A landmark trial funded by our National Institute for Health and Care Research (NIHR) Biomedical Research Centre (BRC) and the British Heart Foundation Centre of Research Excellence at the School of Cardiovascular Medicine and Sciences, King’s College London, has clarified the role of coronary stents as a treatment for heart failure for patients with poor left ventricular function.
Coronary disease is the most common cause of heart failure worldwide and is responsible for 64,000 deaths in the UK each year. Coronary heart disease occurs when the coronary arteries become narrowed by build-up of fatty material within the artery wall which can lead to sudden heart attacks or, in some cases, gradually weaken the heart muscle.
While a treatment to widen the arteries with the insertion of a stent called percutaneous coronary intervention, (PCI), saves lives when used to treat patients at the time of an acute heart attack, the value of this treatment in patients with heart failure is uncertain. Despite this, many patients with heart failure currently undergo stent insertion if found to have coronary disease and this approach has been advocated by international guidelines.
REVIVED-BCIS2, led by clinical researchers from Guy’s and St Thomas’ NHS Foundation Trust and King’s College London is the first trial to examine the efficacy and safety of PCI in patients with very poor left ventricular function. It is the largest cohort of such patients to be recruited to a randomised controlled trial to date.
The study recruited 700 patients from 40 centres across the UK, with a fifth of all participants being patients at Guy’s and St Thomas’. All the patients in the trial received optimal medical therapy which included heart failure medication and, in many cases, special heart failure pacemakers/defibrillators. In addition, half of the patients were randomly assigned to receive PCI to all narrowed arteries that supplied part of heart muscle that were not irreversibly scarred.
The trial group followed-up these patients closely for up to 8.5 years. They found that carrying out PCI did not seem to reduce the risk of heart failure or death. 37.2% of patients assigned to PCI and 38% of patients assigned to optimal medical therapy were either hospitalised for heart failure or died during follow-up. The trial also found that more than one third of patients in both groups either died or had to be admitted to hospital with severe heart failure. This confirms that even with optimal medical therapy, these patients continue to have a poor outcome.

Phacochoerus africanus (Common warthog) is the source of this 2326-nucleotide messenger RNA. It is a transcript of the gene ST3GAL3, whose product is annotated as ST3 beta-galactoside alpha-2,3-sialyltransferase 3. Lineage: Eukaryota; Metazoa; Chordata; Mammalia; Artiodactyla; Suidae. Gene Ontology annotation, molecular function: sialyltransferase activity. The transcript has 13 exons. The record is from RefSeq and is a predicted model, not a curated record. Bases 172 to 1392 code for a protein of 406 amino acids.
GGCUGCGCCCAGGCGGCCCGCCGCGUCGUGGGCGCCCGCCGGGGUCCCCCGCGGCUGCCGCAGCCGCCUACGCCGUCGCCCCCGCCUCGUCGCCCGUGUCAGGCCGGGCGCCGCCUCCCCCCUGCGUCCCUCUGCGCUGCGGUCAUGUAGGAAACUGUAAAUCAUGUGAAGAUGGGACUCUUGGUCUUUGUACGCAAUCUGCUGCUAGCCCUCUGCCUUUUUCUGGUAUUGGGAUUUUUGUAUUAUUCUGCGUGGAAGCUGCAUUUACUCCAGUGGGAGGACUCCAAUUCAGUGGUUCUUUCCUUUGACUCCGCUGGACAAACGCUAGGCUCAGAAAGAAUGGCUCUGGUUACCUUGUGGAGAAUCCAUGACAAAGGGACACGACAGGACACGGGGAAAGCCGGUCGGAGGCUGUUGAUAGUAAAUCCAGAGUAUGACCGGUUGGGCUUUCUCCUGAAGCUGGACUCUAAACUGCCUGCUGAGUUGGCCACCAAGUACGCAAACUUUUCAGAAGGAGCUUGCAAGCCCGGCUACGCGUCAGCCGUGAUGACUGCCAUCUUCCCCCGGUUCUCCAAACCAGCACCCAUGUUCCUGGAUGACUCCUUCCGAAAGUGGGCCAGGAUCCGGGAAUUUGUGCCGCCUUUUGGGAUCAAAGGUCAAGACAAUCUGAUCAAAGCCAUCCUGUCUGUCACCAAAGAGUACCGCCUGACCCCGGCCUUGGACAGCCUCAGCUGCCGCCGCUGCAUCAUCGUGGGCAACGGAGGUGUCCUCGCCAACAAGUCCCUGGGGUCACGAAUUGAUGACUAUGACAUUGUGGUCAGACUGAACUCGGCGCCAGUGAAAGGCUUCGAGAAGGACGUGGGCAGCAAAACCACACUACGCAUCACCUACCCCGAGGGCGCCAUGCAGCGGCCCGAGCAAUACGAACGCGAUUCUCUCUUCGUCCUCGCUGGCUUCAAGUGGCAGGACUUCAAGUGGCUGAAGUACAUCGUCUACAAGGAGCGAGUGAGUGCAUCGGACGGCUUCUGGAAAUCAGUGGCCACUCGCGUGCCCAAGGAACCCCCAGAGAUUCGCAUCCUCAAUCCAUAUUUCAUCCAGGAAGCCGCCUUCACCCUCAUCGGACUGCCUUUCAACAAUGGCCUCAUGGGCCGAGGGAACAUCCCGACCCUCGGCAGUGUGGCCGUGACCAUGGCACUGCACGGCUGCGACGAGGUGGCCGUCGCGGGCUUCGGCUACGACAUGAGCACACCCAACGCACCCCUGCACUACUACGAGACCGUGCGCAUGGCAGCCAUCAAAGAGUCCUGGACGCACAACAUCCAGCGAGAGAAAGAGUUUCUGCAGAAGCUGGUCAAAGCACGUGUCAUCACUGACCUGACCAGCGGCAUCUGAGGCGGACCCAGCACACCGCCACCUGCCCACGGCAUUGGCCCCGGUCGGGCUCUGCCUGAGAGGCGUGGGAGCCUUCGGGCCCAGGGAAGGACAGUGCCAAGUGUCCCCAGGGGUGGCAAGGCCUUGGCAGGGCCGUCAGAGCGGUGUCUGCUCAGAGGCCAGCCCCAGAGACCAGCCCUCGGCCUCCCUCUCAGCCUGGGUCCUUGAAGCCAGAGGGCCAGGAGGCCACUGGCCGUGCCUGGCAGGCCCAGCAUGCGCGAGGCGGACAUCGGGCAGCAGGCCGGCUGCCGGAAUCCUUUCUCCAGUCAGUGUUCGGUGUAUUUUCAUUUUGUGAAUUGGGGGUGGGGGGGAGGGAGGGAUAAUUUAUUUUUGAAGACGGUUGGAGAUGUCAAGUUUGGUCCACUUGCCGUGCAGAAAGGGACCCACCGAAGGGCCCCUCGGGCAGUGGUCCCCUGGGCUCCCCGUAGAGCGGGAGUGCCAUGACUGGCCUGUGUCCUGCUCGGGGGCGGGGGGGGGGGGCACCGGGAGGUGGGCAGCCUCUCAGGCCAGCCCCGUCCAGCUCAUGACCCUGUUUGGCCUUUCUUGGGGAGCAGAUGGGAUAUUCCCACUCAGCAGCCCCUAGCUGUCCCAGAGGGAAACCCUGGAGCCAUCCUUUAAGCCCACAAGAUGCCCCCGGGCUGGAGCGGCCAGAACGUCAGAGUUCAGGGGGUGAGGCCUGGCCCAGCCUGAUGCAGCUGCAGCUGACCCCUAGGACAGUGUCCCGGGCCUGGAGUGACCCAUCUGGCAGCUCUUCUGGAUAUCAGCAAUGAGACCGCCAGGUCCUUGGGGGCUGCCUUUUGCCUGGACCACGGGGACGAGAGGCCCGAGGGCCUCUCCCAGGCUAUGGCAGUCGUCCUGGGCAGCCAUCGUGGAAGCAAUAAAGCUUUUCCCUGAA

Additionally, the trial examined heart function by using echocardiography to assess a metric called left ventricular ejection fraction. Researchers found that there was some improvement in heart function over the first year in all patients, but the same degree of improvement was found in both groups. They also measured quality of life of participants and, although this was better in patients who underwent PCI in the first 6-12 months, there was no significant difference between the two groups after two years.
Chief Investigator, Divaka Perera, consultant cardiologist at Guy’s and St Thomas’ Professor of Interventional Cardiology at King’s College London, said:
“After years of practice based on anecdote and consensus opinion, we now have definitive evidence from the REVIVED trial that will help to rationalise management of this common condition. The results will probably lead to several changes in international guidelines and may also lead the scientific community to re-evaluate the concept of hibernation. This was the theory proposed decades ago to describe how the heart adapts to a chronic reduction in its own blood supply. The UK network of researchers has worked hard for nearly a decade and their efforts have been rewarded by providing a clear answer to this important question.”
For more information and to read the full results of the REVIVED-BCIS2 study, please visit The New England Journal of Medicine